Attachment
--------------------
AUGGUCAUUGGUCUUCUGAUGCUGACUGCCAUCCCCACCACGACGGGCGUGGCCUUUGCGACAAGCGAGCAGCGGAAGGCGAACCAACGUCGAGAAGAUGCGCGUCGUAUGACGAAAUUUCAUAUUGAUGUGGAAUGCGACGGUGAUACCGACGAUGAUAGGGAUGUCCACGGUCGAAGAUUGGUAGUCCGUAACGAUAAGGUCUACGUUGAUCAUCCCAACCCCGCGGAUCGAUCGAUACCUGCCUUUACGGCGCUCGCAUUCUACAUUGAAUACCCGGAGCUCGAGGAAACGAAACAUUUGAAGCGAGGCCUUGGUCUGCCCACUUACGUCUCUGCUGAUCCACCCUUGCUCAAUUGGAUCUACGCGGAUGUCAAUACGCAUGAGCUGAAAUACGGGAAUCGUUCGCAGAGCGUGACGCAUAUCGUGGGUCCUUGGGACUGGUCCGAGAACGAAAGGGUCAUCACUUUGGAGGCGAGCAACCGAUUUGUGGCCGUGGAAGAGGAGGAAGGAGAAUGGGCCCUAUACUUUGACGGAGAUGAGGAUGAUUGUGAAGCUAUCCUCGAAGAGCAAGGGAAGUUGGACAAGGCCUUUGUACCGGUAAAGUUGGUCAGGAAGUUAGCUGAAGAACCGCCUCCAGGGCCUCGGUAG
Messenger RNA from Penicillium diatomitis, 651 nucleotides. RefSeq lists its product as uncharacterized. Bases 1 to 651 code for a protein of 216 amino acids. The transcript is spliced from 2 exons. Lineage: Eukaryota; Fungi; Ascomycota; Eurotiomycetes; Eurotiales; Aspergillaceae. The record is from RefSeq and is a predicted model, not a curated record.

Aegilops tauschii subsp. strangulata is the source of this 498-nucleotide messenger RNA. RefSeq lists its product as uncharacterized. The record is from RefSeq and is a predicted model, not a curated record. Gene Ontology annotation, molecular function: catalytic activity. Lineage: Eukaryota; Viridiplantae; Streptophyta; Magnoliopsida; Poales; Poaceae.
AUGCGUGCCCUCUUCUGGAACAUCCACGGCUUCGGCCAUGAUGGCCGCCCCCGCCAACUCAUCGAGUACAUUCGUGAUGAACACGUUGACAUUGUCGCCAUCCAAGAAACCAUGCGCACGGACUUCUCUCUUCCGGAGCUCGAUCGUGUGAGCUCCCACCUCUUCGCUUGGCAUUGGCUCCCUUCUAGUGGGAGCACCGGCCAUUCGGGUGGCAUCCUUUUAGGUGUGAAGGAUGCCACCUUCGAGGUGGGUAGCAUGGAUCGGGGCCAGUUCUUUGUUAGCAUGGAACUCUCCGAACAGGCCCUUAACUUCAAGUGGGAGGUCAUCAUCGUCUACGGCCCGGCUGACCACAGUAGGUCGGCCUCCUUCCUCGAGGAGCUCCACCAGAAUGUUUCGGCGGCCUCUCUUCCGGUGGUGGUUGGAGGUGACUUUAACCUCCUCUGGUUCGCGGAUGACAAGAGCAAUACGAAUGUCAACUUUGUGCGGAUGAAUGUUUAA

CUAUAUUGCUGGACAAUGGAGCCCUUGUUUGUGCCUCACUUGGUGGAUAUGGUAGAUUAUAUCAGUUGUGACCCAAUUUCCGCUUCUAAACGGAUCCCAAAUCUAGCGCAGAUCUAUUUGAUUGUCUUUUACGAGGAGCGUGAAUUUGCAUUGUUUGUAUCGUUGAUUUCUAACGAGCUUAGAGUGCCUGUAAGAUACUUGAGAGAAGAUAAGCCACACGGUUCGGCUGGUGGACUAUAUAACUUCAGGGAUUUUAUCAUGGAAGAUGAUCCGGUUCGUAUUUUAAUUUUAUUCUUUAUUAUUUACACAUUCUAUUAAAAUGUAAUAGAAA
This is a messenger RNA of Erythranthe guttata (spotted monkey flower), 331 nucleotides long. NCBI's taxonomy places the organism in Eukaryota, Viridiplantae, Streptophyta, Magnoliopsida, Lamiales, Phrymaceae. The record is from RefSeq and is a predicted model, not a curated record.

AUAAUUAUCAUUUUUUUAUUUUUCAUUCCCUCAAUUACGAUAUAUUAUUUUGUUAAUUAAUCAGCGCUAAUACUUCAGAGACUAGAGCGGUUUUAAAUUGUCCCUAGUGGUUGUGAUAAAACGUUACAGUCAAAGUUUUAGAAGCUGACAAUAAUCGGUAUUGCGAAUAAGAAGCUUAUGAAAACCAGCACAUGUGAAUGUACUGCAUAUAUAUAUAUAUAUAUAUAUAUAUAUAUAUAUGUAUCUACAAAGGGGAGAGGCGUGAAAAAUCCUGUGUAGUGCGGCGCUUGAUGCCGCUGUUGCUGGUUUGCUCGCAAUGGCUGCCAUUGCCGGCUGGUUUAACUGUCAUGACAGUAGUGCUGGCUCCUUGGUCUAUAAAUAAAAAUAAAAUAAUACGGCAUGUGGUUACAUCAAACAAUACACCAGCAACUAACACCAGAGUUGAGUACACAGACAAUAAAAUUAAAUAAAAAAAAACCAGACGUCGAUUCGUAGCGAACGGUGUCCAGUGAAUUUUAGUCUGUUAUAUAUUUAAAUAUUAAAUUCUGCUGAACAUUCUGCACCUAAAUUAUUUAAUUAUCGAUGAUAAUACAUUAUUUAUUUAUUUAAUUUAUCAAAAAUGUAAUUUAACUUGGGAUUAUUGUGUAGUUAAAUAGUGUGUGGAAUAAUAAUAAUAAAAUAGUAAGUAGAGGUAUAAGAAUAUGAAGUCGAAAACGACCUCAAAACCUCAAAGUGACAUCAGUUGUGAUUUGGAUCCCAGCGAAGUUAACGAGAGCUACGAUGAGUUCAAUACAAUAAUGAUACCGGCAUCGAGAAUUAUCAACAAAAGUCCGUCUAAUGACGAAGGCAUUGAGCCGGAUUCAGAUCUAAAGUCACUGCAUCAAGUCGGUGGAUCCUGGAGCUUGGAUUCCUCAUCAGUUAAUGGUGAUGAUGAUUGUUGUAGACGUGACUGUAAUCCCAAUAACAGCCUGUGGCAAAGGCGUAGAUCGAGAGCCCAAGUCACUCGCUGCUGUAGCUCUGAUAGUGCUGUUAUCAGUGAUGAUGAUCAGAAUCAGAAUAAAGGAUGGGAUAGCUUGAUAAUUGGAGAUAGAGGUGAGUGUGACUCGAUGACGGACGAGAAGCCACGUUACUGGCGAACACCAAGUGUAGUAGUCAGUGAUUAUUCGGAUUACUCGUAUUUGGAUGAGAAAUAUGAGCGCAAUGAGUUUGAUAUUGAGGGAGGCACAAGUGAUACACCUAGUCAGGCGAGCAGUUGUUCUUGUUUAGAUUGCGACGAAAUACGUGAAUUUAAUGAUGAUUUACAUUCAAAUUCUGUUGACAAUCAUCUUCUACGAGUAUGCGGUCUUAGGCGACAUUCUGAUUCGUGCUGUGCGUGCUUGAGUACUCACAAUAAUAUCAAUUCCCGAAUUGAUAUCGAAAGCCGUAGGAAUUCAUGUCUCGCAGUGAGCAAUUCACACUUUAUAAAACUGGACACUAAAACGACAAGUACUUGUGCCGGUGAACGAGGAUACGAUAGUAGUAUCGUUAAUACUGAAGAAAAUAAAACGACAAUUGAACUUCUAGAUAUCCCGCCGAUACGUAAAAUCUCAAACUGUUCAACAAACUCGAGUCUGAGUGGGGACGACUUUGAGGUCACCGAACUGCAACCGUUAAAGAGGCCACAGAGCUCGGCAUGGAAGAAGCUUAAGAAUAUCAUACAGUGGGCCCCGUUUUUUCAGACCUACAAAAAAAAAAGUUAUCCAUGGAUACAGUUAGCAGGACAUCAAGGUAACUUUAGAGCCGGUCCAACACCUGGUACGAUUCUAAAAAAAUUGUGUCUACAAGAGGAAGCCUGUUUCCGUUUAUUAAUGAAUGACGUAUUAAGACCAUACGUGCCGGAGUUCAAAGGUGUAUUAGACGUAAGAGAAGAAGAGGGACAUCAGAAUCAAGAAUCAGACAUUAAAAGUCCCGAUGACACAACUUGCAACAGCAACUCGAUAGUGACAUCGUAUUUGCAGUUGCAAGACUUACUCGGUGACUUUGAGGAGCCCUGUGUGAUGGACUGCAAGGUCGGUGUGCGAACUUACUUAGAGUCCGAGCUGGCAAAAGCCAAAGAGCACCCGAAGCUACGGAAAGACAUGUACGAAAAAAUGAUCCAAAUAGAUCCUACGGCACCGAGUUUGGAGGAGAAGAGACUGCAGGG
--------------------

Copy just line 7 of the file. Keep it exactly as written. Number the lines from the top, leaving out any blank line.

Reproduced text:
AUAAUUAUCAUUUUUUUAUUUUUCAUUCCCUCAAUUACGAUAUAUUAUUUUGUUAAUUAAUCAGCGCUAAUACUUCAGAGACUAGAGCGGUUUUAAAUUGUCCCUAGUGGUUGUGAUAAAACGUUACAGUCAAAGUUUUAGAAGCUGACAAUAAUCGGUAUUGCGAAUAAGAAGCUUAUGAAAACCAGCACAUGUGAAUGUACUGCAUAUAUAUAUAUAUAUAUAUAUAUAUAUAUAUAUGUAUCUACAAAGGGGAGAGGCGUGAAAAAUCCUGUGUAGUGCGGCGCUUGAUGCCGCUGUUGCUGGUUUGCUCGCAAUGGCUGCCAUUGCCGGCUGGUUUAACUGUCAUGACAGUAGUGCUGGCUCCUUGGUCUAUAAAUAAAAAUAAAAUAAUACGGCAUGUGGUUACAUCAAACAAUACACCAGCAACUAACACCAGAGUUGAGUACACAGACAAUAAAAUUAAAUAAAAAAAAACCAGACGUCGAUUCGUAGCGAACGGUGUCCAGUGAAUUUUAGUCUGUUAUAUAUUUAAAUAUUAAAUUCUGCUGAACAUUCUGCACCUAAAUUAUUUAAUUAUCGAUGAUAAUACAUUAUUUAUUUAUUUAAUUUAUCAAAAAUGUAAUUUAACUUGGGAUUAUUGUGUAGUUAAAUAGUGUGUGGAAUAAUAAUAAUAAAAUAGUAAGUAGAGGUAUAAGAAUAUGAAGUCGAAAACGACCUCAAAACCUCAAAGUGACAUCAGUUGUGAUUUGGAUCCCAGCGAAGUUAACGAGAGCUACGAUGAGUUCAAUACAAUAAUGAUACCGGCAUCGAGAAUUAUCAACAAAAGUCCGUCUAAUGACGAAGGCAUUGAGCCGGAUUCAGAUCUAAAGUCACUGCAUCAAGUCGGUGGAUCCUGGAGCUUGGAUUCCUCAUCAGUUAAUGGUGAUGAUGAUUGUUGUAGACGUGACUGUAAUCCCAAUAACAGCCUGUGGCAAAGGCGUAGAUCGAGAGCCCAAGUCACUCGCUGCUGUAGCUCUGAUAGUGCUGUUAUCAGUGAUGAUGAUCAGAAUCAGAAUAAAGGAUGGGAUAGCUUGAUAAUUGGAGAUAGAGGUGAGUGUGACUCGAUGACGGACGAGAAGCCACGUUACUGGCGAACACCAAGUGUAGUAGUCAGUGAUUAUUCGGAUUACUCGUAUUUGGAUGAGAAAUAUGAGCGCAAUGAGUUUGAUAUUGAGGGAGGCACAAGUGAUACACCUAGUCAGGCGAGCAGUUGUUCUUGUUUAGAUUGCGACGAAAUACGUGAAUUUAAUGAUGAUUUACAUUCAAAUUCUGUUGACAAUCAUCUUCUACGAGUAUGCGGUCUUAGGCGACAUUCUGAUUCGUGCUGUGCGUGCUUGAGUACUCACAAUAAUAUCAAUUCCCGAAUUGAUAUCGAAAGCCGUAGGAAUUCAUGUCUCGCAGUGAGCAAUUCACACUUUAUAAAACUGGACACUAAAACGACAAGUACUUGUGCCGGUGAACGAGGAUACGAUAGUAGUAUCGUUAAUACUGAAGAAAAUAAAACGACAAUUGAACUUCUAGAUAUCCCGCCGAUACGUAAAAUCUCAAACUGUUCAACAAACUCGAGUCUGAGUGGGGACGACUUUGAGGUCACCGAACUGCAACCGUUAAAGAGGCCACAGAGCUCGGCAUGGAAGAAGCUUAAGAAUAUCAUACAGUGGGCCCCGUUUUUUCAGACCUACAAAAAAAAAAGUUAUCCAUGGAUACAGUUAGCAGGACAUCAAGGUAACUUUAGAGCCGGUCCAACACCUGGUACGAUUCUAAAAAAAUUGUGUCUACAAGAGGAAGCCUGUUUCCGUUUAUUAAUGAAUGACGUAUUAAGACCAUACGUGCCGGAGUUCAAAGGUGUAUUAGACGUAAGAGAAGAAGAGGGACAUCAGAAUCAAGAAUCAGACAUUAAAAGUCCCGAUGACACAACUUGCAACAGCAACUCGAUAGUGACAUCGUAUUUGCAGUUGCAAGACUUACUCGGUGACUUUGAGGAGCCCUGUGUGAUGGACUGCAAGGUCGGUGUGCGAACUUACUUAGAGUCCGAGCUGGCAAAAGCCAAAGAGCACCCGAAGCUACGGAAAGACAUGUACGAAAAAAUGAUCCAAAUAGAUCCUACGGCACCGAGUUUGGAGGAGAAGAGACUGCAGGG